We had previously thought out many different ideas, staying late at school, frantically drawing on the whiteboard, running the equations, repeatedly bashing our heads into the concrete wall, but no progress.  Ludvig was the one coming up with all ideas, I was just tagging along with my curiosity. Sometimes we came up with ideas that were utterly terrible, but sometimes, they left us completely mind blown…only to discover that it had already been done. Damn!

Nothing really stuck with us or seemed to fit the scope of this course. We had started to move away from the LOD pre-study and were curious to take on new techniques, but I think it was the right decision to go back to it. Eventually, Ludvig came up with the idea of image quality-driven LOD selection, which took him a while to explain. The approach felt confusing at first, but then it all made perfect sense.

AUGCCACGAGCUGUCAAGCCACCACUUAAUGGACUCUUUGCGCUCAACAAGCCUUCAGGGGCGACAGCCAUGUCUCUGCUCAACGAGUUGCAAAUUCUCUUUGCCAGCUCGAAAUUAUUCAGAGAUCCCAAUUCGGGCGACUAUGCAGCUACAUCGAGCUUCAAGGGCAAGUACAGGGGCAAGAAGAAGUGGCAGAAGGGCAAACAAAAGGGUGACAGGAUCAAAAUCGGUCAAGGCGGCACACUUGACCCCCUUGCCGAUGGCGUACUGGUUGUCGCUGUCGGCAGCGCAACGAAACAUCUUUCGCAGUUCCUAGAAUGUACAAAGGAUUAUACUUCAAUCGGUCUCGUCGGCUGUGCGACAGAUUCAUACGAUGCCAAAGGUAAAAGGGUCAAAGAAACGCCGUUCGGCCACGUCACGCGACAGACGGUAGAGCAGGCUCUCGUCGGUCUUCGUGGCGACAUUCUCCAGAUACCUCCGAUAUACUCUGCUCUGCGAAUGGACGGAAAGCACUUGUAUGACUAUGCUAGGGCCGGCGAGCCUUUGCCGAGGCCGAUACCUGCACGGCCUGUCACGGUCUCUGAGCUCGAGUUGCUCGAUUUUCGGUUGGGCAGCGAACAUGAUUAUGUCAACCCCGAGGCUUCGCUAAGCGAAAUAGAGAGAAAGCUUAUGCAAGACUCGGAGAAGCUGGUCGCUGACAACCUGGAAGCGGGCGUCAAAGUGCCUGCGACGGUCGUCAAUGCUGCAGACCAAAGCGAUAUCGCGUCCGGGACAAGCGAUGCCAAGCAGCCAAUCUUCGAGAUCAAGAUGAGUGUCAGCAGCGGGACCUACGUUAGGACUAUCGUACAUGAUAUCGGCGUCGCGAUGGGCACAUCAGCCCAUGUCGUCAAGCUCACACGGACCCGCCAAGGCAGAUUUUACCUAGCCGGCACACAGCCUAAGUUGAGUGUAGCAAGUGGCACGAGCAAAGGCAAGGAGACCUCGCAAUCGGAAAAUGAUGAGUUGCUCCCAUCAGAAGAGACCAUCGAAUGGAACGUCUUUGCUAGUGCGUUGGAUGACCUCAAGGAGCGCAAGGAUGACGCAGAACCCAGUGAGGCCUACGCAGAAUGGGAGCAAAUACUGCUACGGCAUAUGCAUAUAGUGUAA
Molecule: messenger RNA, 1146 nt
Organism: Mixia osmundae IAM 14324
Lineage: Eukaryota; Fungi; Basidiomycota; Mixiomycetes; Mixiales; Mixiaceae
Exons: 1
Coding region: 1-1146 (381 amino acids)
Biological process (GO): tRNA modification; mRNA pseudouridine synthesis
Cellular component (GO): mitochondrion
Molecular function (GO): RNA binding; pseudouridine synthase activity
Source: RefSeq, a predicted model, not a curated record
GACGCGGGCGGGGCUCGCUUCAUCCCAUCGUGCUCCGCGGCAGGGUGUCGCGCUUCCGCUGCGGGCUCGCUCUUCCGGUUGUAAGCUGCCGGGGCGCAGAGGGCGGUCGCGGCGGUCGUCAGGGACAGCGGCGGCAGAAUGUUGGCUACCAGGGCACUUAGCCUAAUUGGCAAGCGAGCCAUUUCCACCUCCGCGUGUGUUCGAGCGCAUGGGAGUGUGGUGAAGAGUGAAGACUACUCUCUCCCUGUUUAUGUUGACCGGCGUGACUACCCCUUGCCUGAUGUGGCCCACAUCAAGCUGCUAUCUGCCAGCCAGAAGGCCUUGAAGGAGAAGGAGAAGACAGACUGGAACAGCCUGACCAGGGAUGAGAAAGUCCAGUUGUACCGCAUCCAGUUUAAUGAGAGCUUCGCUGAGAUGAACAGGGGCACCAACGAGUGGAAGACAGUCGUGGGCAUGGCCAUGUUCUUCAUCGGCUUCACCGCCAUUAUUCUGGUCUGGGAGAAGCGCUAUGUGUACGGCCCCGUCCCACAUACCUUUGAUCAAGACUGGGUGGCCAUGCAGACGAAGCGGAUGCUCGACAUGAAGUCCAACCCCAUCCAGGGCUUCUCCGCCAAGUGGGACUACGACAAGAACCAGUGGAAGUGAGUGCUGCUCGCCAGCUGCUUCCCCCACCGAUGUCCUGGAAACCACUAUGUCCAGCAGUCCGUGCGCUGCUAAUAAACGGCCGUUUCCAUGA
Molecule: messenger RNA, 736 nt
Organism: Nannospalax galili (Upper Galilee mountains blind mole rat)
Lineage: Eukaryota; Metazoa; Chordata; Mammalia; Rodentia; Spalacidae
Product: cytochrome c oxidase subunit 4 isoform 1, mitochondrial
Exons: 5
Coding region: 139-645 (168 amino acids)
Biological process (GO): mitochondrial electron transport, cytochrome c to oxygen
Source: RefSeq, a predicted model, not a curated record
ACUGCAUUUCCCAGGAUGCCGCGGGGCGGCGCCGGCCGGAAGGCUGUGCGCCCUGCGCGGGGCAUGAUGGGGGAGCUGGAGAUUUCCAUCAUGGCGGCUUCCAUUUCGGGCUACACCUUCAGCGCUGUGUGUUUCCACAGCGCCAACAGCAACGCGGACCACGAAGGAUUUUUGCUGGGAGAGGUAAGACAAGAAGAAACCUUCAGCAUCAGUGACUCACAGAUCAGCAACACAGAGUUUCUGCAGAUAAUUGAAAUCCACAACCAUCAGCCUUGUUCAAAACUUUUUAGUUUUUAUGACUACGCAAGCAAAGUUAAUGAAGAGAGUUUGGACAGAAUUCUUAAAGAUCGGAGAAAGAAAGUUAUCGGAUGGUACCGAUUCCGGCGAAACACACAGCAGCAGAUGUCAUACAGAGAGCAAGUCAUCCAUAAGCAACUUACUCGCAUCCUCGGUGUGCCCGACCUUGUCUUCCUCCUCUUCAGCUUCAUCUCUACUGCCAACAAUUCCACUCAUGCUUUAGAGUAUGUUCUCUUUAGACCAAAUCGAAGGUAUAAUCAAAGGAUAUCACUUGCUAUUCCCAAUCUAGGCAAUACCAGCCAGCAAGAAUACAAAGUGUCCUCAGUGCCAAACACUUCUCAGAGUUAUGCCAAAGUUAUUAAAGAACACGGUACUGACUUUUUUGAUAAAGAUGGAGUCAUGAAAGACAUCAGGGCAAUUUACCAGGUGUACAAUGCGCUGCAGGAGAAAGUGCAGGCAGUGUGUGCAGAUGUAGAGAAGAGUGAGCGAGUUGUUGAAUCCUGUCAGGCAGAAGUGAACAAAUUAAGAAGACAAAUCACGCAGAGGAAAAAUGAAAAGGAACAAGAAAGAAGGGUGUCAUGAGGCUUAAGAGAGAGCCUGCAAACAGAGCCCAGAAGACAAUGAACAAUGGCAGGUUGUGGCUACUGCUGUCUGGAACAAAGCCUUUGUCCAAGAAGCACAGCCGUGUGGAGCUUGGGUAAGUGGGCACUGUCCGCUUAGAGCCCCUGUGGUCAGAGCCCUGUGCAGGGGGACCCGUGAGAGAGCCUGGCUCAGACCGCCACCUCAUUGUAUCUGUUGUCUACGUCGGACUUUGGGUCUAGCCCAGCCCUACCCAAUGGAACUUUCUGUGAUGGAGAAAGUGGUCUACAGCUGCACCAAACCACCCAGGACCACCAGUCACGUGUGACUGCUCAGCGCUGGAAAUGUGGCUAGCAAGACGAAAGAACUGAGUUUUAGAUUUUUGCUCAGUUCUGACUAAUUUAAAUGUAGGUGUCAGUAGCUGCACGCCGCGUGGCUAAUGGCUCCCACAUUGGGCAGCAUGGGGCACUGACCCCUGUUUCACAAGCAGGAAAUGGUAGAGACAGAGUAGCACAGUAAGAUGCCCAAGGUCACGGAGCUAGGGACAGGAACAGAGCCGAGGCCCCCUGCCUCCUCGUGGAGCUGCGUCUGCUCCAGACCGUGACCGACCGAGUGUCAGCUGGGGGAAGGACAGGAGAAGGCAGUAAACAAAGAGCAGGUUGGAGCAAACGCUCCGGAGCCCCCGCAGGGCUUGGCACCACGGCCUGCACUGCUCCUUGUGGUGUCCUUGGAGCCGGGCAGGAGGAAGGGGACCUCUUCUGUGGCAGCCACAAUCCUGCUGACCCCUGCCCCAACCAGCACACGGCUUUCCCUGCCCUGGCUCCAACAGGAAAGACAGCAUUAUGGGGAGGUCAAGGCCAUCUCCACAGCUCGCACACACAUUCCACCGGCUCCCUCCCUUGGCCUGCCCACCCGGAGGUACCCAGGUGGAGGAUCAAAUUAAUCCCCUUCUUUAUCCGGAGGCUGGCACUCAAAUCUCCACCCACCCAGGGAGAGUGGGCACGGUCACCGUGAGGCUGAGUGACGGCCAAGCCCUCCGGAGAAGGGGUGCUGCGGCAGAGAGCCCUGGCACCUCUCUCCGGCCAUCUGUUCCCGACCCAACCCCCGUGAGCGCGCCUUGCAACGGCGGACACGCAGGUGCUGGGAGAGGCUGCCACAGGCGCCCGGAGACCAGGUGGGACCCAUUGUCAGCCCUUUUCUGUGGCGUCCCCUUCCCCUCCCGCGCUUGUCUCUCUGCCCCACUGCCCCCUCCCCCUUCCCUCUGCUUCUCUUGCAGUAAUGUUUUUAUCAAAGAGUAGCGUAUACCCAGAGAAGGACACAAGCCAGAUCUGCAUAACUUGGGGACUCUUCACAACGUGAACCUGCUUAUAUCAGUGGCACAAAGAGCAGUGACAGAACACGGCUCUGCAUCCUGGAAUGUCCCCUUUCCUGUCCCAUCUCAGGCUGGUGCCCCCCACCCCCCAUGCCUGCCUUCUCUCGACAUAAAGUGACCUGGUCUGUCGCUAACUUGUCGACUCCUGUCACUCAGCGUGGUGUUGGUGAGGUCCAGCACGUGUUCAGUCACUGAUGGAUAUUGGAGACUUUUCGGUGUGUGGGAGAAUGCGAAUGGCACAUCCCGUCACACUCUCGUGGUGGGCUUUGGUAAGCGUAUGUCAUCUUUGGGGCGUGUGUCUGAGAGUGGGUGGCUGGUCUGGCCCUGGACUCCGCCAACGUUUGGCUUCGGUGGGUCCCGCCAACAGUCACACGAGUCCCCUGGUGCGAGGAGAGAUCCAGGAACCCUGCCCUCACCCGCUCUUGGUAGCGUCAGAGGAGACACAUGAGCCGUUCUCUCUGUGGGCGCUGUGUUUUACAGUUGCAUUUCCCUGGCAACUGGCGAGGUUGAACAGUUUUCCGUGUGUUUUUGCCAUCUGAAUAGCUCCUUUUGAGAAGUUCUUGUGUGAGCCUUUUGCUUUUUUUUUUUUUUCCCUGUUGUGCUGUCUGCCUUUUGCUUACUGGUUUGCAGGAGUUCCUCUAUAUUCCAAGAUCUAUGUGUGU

In this study, we propose an image quality-driven process to choose a LOD combination given a camera position and orientation, and a triangle budget. The metric to assess the quality of the rendered image is the structural similarity (SSIM) index, which is a popular choice in computer science for image comparison for its ability to approximate similarity between images.